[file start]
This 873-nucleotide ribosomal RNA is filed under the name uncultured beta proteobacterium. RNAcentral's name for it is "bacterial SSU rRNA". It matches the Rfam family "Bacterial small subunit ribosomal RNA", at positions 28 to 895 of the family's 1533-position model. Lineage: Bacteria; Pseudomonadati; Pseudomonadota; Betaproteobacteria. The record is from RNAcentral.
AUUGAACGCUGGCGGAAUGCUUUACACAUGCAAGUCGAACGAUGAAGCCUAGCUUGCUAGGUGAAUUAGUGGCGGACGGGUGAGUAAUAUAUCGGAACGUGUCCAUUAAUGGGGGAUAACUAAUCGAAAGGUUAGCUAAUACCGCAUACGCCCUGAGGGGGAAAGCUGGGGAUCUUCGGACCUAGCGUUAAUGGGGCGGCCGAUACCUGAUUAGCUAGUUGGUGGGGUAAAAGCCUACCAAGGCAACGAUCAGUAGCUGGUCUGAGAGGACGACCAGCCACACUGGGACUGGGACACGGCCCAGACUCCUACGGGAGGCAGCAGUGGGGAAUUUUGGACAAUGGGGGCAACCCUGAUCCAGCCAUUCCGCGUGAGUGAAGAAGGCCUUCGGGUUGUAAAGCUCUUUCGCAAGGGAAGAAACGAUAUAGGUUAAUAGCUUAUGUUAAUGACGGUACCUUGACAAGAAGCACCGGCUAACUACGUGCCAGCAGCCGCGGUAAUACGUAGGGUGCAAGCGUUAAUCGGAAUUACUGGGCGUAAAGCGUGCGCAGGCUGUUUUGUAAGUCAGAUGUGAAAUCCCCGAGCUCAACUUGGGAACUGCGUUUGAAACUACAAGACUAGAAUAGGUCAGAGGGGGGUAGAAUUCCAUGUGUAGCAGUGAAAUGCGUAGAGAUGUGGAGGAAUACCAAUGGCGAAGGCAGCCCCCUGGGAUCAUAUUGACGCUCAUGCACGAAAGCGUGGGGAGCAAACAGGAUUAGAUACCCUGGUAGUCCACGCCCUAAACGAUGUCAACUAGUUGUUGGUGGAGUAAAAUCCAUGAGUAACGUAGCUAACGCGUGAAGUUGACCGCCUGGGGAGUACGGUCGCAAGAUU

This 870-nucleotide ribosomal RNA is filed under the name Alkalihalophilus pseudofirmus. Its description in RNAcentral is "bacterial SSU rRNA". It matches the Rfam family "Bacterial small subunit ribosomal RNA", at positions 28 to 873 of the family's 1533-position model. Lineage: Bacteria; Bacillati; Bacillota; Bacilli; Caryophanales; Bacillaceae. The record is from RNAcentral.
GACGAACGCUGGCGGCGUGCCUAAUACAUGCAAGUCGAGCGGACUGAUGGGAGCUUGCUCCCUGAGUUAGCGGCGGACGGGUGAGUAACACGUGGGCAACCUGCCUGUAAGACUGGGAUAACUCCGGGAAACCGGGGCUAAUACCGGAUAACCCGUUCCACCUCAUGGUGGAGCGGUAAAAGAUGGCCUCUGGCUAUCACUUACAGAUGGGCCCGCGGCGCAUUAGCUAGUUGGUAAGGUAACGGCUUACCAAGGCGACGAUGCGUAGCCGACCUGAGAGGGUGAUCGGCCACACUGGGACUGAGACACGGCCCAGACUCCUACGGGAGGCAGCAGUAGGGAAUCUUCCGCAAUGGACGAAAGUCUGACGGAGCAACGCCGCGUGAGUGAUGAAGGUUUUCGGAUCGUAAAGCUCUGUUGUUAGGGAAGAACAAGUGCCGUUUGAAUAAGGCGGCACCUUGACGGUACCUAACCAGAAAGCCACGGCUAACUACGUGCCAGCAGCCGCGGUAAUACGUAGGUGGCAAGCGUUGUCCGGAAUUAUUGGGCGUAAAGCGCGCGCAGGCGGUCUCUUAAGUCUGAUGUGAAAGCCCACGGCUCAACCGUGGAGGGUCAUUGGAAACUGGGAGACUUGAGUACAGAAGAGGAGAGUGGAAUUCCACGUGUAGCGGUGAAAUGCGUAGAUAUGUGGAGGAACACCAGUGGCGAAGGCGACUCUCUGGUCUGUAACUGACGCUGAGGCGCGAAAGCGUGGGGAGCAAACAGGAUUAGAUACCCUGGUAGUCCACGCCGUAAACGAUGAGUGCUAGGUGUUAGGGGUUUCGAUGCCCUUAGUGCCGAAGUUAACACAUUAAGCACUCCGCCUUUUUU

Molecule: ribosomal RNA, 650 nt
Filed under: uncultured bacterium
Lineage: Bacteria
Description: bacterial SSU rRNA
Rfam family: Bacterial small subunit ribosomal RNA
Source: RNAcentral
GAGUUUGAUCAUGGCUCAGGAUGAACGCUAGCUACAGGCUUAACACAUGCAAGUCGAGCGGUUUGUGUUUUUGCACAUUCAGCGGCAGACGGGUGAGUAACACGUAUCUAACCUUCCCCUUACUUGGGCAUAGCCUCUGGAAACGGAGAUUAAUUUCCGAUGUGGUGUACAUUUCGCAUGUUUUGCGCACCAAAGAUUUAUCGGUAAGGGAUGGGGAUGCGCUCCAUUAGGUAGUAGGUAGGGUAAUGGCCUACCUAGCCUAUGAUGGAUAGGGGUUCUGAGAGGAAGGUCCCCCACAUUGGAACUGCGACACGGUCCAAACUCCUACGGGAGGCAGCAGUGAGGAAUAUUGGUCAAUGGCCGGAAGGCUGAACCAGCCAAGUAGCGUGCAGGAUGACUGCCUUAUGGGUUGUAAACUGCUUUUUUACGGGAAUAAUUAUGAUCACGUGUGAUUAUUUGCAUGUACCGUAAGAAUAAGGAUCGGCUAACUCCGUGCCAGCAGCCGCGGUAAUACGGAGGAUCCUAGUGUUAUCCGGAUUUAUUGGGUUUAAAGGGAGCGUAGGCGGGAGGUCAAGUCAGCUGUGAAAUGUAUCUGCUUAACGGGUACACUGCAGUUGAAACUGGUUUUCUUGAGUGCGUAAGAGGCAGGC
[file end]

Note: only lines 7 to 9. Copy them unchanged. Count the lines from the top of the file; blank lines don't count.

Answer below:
Lineage: Bacteria
Description: bacterial SSU rRNA
Rfam family: Bacterial small subunit ribosomal RNA